Now that we’ve had a day to consider the implications, it seems striking that there are only two real lines of thinking emerging.
The first is: remind us who Sundar Pichai is, and also can he possibly resolve the many challenges in front of him?
The second is: why does Alphabet exist again?
Let’s take them in order.
Sundar Pichai is the 47-year-old CEO of Google, and as of yesterday, the CEO of its parent company, Alphabet. He comes from humble beginnings, as Mat Honan captured beautifully in this profile from a few years back
. Pichai joined the company in 2004 and ran Chrome and Android before being named CEO in 2015. He attended the 2013 Google holiday party while still a Chrome executive and was very nice to me personally, which is consistent with virtually all other reports of his behavior.
His most important job lies within Google still, and it’s not just cleaning up the effects of Google’s culture on its products. Instead, it’s stabilizing the culture itself. After that, it’s navigating the new world of regulation, antitrust, the techlash, and well-justified privacy concerns from its users (aka everybody who goes online).
Then there are all the Congressional hearings to come
, with Pichai likely to be cast in the role of punching bag for lawmakers concerned about data privacy, competition, algorithmic bias, and other thorny issues.
And what about Alphabet, the holding company Google established in 2015 when it made Pichai CEO? Well … no one is quite sure why we need it any more. The original idea, as Shira Ovide writes here
, was to “give operational independence and a separate budget to nascent projects inside the company such as driverless cars, health-care initiatives and novel approaches to internet services.”
But that may not make sense much longer, Ovide continues:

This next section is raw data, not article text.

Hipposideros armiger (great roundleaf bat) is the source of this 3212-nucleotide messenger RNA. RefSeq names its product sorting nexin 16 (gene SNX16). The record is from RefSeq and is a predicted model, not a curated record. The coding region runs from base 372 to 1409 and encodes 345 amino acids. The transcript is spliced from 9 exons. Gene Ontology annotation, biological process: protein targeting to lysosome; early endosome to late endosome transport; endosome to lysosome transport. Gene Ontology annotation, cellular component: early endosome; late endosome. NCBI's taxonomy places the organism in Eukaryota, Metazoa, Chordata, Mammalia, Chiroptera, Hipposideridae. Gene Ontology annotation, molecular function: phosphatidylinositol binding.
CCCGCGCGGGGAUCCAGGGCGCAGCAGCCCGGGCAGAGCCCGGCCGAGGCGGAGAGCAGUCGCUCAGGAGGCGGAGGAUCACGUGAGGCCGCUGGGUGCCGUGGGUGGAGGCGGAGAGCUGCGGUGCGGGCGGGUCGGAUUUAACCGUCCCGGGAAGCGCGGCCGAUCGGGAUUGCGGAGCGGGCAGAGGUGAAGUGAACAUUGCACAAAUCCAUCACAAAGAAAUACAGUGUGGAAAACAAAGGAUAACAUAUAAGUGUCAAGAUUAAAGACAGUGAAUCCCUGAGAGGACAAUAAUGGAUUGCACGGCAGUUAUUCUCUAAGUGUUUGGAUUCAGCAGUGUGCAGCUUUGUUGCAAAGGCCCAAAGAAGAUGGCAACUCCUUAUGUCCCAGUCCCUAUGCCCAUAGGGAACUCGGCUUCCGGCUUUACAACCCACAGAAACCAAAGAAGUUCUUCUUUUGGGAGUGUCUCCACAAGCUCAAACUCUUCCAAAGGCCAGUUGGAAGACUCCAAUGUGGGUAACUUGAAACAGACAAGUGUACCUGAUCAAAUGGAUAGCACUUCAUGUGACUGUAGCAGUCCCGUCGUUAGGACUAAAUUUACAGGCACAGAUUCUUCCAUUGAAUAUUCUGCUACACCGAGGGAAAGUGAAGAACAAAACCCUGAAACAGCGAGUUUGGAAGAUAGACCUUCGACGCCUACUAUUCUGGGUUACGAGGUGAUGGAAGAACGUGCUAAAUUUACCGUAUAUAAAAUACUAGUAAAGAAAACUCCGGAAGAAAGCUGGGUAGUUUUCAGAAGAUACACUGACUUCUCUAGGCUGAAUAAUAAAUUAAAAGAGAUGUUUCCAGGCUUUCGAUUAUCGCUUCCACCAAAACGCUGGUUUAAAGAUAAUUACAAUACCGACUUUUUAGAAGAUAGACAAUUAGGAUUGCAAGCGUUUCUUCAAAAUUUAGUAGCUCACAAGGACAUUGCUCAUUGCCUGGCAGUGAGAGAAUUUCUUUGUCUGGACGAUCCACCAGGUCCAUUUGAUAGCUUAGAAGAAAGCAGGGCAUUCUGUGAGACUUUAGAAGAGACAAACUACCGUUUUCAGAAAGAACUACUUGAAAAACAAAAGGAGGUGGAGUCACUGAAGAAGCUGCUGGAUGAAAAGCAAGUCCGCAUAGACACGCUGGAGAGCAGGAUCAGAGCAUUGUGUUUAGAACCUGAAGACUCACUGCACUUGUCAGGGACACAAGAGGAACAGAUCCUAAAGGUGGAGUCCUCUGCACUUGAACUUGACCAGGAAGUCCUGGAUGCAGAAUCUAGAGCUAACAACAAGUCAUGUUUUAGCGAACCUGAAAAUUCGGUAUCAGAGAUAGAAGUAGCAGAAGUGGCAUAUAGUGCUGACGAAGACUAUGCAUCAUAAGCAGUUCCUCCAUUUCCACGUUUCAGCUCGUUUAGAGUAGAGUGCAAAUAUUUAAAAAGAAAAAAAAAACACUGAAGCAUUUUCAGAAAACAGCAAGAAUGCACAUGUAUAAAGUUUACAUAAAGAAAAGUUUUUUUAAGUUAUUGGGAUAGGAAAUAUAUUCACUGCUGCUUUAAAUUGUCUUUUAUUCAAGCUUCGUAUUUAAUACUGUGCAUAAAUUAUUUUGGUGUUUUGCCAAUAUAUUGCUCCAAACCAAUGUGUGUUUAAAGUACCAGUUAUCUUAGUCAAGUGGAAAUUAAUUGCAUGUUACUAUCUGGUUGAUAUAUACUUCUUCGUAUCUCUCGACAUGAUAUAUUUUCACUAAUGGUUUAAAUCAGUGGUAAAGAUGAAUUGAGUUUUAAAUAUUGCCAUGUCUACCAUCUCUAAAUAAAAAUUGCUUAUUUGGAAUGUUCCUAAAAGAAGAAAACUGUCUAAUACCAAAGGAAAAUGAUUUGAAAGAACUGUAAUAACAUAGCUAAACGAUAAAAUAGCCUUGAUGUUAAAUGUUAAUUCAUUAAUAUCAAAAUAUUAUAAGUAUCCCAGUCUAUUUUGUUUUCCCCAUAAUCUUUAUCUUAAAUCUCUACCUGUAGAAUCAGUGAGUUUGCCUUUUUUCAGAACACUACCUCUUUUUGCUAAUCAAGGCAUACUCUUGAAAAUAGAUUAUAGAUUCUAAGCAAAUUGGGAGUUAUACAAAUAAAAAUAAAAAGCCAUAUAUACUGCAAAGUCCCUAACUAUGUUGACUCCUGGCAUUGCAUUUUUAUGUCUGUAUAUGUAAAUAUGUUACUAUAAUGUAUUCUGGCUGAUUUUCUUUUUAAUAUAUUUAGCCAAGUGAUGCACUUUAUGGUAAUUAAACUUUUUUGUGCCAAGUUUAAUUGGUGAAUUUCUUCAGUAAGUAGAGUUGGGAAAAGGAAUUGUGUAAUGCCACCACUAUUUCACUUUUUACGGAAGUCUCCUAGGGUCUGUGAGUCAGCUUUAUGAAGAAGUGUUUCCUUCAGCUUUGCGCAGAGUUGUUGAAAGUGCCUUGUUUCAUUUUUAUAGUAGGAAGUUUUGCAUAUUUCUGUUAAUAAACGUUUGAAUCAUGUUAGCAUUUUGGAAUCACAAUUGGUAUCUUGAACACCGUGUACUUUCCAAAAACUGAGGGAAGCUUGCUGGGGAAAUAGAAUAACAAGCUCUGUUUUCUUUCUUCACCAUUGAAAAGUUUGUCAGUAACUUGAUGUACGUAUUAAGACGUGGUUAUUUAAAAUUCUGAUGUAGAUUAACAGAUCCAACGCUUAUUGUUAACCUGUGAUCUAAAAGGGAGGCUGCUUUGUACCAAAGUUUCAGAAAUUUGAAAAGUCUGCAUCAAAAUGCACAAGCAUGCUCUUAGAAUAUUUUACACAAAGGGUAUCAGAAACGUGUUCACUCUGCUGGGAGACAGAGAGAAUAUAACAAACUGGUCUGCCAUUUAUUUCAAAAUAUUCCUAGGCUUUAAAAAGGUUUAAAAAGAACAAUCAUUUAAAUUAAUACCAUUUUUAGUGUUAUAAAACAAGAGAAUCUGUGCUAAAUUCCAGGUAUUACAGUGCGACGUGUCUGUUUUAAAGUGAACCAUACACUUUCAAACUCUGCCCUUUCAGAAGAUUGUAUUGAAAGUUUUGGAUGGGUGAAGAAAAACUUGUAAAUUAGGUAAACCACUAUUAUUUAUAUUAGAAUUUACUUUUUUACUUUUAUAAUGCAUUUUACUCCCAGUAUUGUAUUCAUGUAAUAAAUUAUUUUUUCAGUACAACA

Shielding Google from those “other bets” such as driverless cars no longer seems so urgent. Alphabet and other tech titans — particularly those effectively controlled by their founders — have a relatively long leash from investors to invest in both the projects that generate earnings now and on whatever comes next. Amazon, for example, spent $14 billion to buy a niche grocery store chain, and it’s investing in far-flung businesses such as health care and entertainment.
Amazon has always received a longer leash to tinker than most other companies, but I think Google’s cash firepower also lets it experiment without creating an artificial structure to shield Google from its less mature corporate cousins. There may be a reason that Alphabet never became a blueprint for other technology companies that wanted to keep up with the times.
Pichai will still get detailed YouTube information, and Page still won’t, but now Pichai is the CEO of the whole public company. Presumably — who knows! — he will devote more of his time to YouTube, which is both a huge cash generator and a political lightning rod, than he does to, like, Moonshot Number 13 or whatever. Perhaps this will change Alphabet’s disclosure; perhaps they’ll find a way to keep things vague. But surely it will change Alphabet’s business. Having the CEO involved in the money-generating business is different from having a CEO who isn’t. It feels weird to type that. Usually it’s just a given. Most public-company CEOs spend a lot of their time working on the parts of the business that make the money! Alphabet was an unusual experiment in not doing that, but now it seems to be over.
If the result of yesterday’s changing of the guard is that the other bets wither away, and Pichai focuses Google on its core suite products, that would seem to me like a very big change indeed.